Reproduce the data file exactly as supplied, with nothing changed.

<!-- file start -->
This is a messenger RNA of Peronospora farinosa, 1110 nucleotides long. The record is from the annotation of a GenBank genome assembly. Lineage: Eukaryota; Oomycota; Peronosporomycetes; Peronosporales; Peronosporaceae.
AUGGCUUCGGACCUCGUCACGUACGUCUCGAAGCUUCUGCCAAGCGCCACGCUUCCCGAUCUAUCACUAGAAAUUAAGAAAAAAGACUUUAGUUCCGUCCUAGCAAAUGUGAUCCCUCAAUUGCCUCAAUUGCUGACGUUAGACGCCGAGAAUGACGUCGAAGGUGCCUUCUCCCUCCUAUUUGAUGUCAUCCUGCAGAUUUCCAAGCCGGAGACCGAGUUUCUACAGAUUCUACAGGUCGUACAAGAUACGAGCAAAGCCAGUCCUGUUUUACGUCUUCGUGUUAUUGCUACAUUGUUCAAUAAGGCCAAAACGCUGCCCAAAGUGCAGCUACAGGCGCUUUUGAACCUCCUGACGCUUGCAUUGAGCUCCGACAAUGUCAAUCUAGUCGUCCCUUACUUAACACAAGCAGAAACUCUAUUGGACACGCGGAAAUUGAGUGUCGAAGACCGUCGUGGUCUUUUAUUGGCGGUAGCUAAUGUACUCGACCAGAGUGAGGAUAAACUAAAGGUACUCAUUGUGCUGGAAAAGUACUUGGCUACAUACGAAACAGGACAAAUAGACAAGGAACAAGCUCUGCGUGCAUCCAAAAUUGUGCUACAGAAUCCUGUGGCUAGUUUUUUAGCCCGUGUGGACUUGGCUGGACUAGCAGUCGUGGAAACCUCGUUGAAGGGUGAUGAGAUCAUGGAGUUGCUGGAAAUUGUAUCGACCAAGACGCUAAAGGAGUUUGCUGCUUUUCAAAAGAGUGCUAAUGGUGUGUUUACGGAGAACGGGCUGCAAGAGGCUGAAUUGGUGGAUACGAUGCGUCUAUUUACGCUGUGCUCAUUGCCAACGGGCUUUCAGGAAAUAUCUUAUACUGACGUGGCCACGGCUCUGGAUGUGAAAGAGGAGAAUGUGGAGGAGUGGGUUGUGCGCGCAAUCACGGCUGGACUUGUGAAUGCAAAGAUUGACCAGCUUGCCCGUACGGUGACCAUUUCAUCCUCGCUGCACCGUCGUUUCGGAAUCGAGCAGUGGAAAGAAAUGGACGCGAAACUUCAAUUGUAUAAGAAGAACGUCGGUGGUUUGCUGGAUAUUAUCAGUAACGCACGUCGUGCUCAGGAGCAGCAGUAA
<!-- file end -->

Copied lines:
This is a messenger RNA of Peronospora farinosa, 1110 nucleotides long. The record is from the annotation of a GenBank genome assembly. Lineage: Eukaryota; Oomycota; Peronosporomycetes; Peronosporales; Peronosporaceae.
AUGGCUUCGGACCUCGUCACGUACGUCUCGAAGCUUCUGCCAAGCGCCACGCUUCCCGAUCUAUCACUAGAAAUUAAGAAAAAAGACUUUAGUUCCGUCCUAGCAAAUGUGAUCCCUCAAUUGCCUCAAUUGCUGACGUUAGACGCCGAGAAUGACGUCGAAGGUGCCUUCUCCCUCCUAUUUGAUGUCAUCCUGCAGAUUUCCAAGCCGGAGACCGAGUUUCUACAGAUUCUACAGGUCGUACAAGAUACGAGCAAAGCCAGUCCUGUUUUACGUCUUCGUGUUAUUGCUACAUUGUUCAAUAAGGCCAAAACGCUGCCCAAAGUGCAGCUACAGGCGCUUUUGAACCUCCUGACGCUUGCAUUGAGCUCCGACAAUGUCAAUCUAGUCGUCCCUUACUUAACACAAGCAGAAACUCUAUUGGACACGCGGAAAUUGAGUGUCGAAGACCGUCGUGGUCUUUUAUUGGCGGUAGCUAAUGUACUCGACCAGAGUGAGGAUAAACUAAAGGUACUCAUUGUGCUGGAAAAGUACUUGGCUACAUACGAAACAGGACAAAUAGACAAGGAACAAGCUCUGCGUGCAUCCAAAAUUGUGCUACAGAAUCCUGUGGCUAGUUUUUUAGCCCGUGUGGACUUGGCUGGACUAGCAGUCGUGGAAACCUCGUUGAAGGGUGAUGAGAUCAUGGAGUUGCUGGAAAUUGUAUCGACCAAGACGCUAAAGGAGUUUGCUGCUUUUCAAAAGAGUGCUAAUGGUGUGUUUACGGAGAACGGGCUGCAAGAGGCUGAAUUGGUGGAUACGAUGCGUCUAUUUACGCUGUGCUCAUUGCCAACGGGCUUUCAGGAAAUAUCUUAUACUGACGUGGCCACGGCUCUGGAUGUGAAAGAGGAGAAUGUGGAGGAGUGGGUUGUGCGCGCAAUCACGGCUGGACUUGUGAAUGCAAAGAUUGACCAGCUUGCCCGUACGGUGACCAUUUCAUCCUCGCUGCACCGUCGUUUCGGAAUCGAGCAGUGGAAAGAAAUGGACGCGAAACUUCAAUUGUAUAAGAAGAACGUCGGUGGUUUGCUGGAUAUUAUCAGUAACGCACGUCGUGCUCAGGAGCAGCAGUAA